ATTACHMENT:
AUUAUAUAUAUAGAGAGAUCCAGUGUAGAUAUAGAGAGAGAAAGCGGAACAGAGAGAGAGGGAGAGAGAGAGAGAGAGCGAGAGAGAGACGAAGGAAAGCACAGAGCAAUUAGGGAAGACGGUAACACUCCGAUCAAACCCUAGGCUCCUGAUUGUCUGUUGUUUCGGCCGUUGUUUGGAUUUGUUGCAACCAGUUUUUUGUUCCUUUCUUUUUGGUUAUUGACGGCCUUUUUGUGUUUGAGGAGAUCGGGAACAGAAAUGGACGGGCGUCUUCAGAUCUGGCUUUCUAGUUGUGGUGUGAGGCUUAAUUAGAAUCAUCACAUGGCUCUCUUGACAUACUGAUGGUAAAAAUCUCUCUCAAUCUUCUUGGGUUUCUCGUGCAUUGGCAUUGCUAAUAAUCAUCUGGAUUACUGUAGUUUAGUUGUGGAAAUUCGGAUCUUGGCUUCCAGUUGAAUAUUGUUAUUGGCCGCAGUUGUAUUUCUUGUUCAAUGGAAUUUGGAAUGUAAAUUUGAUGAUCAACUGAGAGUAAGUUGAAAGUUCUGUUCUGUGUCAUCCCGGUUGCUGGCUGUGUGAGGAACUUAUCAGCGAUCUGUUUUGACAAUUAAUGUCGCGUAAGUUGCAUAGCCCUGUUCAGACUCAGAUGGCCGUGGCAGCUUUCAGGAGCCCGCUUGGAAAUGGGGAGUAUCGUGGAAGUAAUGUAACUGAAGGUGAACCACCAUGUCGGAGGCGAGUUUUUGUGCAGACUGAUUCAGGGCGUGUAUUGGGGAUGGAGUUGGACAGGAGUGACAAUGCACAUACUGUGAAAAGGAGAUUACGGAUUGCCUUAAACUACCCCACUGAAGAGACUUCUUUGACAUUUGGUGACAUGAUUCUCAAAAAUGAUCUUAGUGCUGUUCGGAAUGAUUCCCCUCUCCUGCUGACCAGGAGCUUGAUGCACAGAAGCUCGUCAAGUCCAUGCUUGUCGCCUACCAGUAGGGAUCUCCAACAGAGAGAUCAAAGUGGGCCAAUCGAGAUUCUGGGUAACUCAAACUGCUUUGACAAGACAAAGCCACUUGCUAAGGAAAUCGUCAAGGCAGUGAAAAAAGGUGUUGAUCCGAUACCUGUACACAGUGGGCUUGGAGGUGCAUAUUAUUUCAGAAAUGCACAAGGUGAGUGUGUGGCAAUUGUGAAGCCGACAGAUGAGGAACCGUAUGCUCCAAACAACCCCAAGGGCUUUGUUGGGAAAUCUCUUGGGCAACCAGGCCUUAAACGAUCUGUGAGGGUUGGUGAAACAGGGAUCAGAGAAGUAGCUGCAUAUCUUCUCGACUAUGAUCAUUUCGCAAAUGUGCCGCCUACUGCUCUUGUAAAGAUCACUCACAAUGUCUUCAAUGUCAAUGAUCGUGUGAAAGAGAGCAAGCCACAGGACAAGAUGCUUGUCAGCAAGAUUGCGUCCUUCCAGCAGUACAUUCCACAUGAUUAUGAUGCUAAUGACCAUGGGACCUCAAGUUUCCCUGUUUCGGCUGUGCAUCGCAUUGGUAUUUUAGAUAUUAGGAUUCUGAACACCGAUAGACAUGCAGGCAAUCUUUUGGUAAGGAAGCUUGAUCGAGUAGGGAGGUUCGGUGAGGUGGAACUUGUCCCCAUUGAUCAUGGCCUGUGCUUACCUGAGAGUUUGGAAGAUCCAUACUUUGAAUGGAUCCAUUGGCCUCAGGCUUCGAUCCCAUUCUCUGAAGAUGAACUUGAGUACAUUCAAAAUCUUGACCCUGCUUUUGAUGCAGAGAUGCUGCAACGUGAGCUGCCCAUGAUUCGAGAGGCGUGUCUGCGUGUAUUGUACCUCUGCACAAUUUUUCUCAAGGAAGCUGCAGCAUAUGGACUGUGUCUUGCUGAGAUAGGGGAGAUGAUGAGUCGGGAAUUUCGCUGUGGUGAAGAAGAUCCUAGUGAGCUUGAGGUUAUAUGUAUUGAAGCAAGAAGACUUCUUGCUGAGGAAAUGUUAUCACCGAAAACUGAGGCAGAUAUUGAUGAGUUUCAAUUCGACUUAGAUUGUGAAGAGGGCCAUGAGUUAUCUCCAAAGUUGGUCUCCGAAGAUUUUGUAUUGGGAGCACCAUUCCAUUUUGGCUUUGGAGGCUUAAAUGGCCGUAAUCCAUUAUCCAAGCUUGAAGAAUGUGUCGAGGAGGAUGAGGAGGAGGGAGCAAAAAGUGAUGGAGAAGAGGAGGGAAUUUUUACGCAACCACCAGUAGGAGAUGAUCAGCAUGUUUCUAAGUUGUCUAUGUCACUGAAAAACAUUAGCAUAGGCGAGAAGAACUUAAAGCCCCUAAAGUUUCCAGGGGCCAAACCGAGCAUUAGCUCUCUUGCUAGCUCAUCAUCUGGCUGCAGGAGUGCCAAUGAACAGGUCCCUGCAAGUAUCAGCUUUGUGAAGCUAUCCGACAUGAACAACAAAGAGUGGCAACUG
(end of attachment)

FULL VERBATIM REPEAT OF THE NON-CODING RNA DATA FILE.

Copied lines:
AUUAUAUAUAUAGAGAGAUCCAGUGUAGAUAUAGAGAGAGAAAGCGGAACAGAGAGAGAGGGAGAGAGAGAGAGAGAGCGAGAGAGAGACGAAGGAAAGCACAGAGCAAUUAGGGAAGACGGUAACACUCCGAUCAAACCCUAGGCUCCUGAUUGUCUGUUGUUUCGGCCGUUGUUUGGAUUUGUUGCAACCAGUUUUUUGUUCCUUUCUUUUUGGUUAUUGACGGCCUUUUUGUGUUUGAGGAGAUCGGGAACAGAAAUGGACGGGCGUCUUCAGAUCUGGCUUUCUAGUUGUGGUGUGAGGCUUAAUUAGAAUCAUCACAUGGCUCUCUUGACAUACUGAUGGUAAAAAUCUCUCUCAAUCUUCUUGGGUUUCUCGUGCAUUGGCAUUGCUAAUAAUCAUCUGGAUUACUGUAGUUUAGUUGUGGAAAUUCGGAUCUUGGCUUCCAGUUGAAUAUUGUUAUUGGCCGCAGUUGUAUUUCUUGUUCAAUGGAAUUUGGAAUGUAAAUUUGAUGAUCAACUGAGAGUAAGUUGAAAGUUCUGUUCUGUGUCAUCCCGGUUGCUGGCUGUGUGAGGAACUUAUCAGCGAUCUGUUUUGACAAUUAAUGUCGCGUAAGUUGCAUAGCCCUGUUCAGACUCAGAUGGCCGUGGCAGCUUUCAGGAGCCCGCUUGGAAAUGGGGAGUAUCGUGGAAGUAAUGUAACUGAAGGUGAACCACCAUGUCGGAGGCGAGUUUUUGUGCAGACUGAUUCAGGGCGUGUAUUGGGGAUGGAGUUGGACAGGAGUGACAAUGCACAUACUGUGAAAAGGAGAUUACGGAUUGCCUUAAACUACCCCACUGAAGAGACUUCUUUGACAUUUGGUGACAUGAUUCUCAAAAAUGAUCUUAGUGCUGUUCGGAAUGAUUCCCCUCUCCUGCUGACCAGGAGCUUGAUGCACAGAAGCUCGUCAAGUCCAUGCUUGUCGCCUACCAGUAGGGAUCUCCAACAGAGAGAUCAAAGUGGGCCAAUCGAGAUUCUGGGUAACUCAAACUGCUUUGACAAGACAAAGCCACUUGCUAAGGAAAUCGUCAAGGCAGUGAAAAAAGGUGUUGAUCCGAUACCUGUACACAGUGGGCUUGGAGGUGCAUAUUAUUUCAGAAAUGCACAAGGUGAGUGUGUGGCAAUUGUGAAGCCGACAGAUGAGGAACCGUAUGCUCCAAACAACCCCAAGGGCUUUGUUGGGAAAUCUCUUGGGCAACCAGGCCUUAAACGAUCUGUGAGGGUUGGUGAAACAGGGAUCAGAGAAGUAGCUGCAUAUCUUCUCGACUAUGAUCAUUUCGCAAAUGUGCCGCCUACUGCUCUUGUAAAGAUCACUCACAAUGUCUUCAAUGUCAAUGAUCGUGUGAAAGAGAGCAAGCCACAGGACAAGAUGCUUGUCAGCAAGAUUGCGUCCUUCCAGCAGUACAUUCCACAUGAUUAUGAUGCUAAUGACCAUGGGACCUCAAGUUUCCCUGUUUCGGCUGUGCAUCGCAUUGGUAUUUUAGAUAUUAGGAUUCUGAACACCGAUAGACAUGCAGGCAAUCUUUUGGUAAGGAAGCUUGAUCGAGUAGGGAGGUUCGGUGAGGUGGAACUUGUCCCCAUUGAUCAUGGCCUGUGCUUACCUGAGAGUUUGGAAGAUCCAUACUUUGAAUGGAUCCAUUGGCCUCAGGCUUCGAUCCCAUUCUCUGAAGAUGAACUUGAGUACAUUCAAAAUCUUGACCCUGCUUUUGAUGCAGAGAUGCUGCAACGUGAGCUGCCCAUGAUUCGAGAGGCGUGUCUGCGUGUAUUGUACCUCUGCACAAUUUUUCUCAAGGAAGCUGCAGCAUAUGGACUGUGUCUUGCUGAGAUAGGGGAGAUGAUGAGUCGGGAAUUUCGCUGUGGUGAAGAAGAUCCUAGUGAGCUUGAGGUUAUAUGUAUUGAAGCAAGAAGACUUCUUGCUGAGGAAAUGUUAUCACCGAAAACUGAGGCAGAUAUUGAUGAGUUUCAAUUCGACUUAGAUUGUGAAGAGGGCCAUGAGUUAUCUCCAAAGUUGGUCUCCGAAGAUUUUGUAUUGGGAGCACCAUUCCAUUUUGGCUUUGGAGGCUUAAAUGGCCGUAAUCCAUUAUCCAAGCUUGAAGAAUGUGUCGAGGAGGAUGAGGAGGAGGGAGCAAAAAGUGAUGGAGAAGAGGAGGGAAUUUUUACGCAACCACCAGUAGGAGAUGAUCAGCAUGUUUCUAAGUUGUCUAUGUCACUGAAAAACAUUAGCAUAGGCGAGAAGAACUUAAAGCCCCUAAAGUUUCCAGGGGCCAAACCGAGCAUUAGCUCUCUUGCUAGCUCAUCAUCUGGCUGCAGGAGUGCCAAUGAACAGGUCCCUGCAAGUAUCAGCUUUGUGAAGCUAUCCGACAUGAACAACAAAGAGUGGCAACUG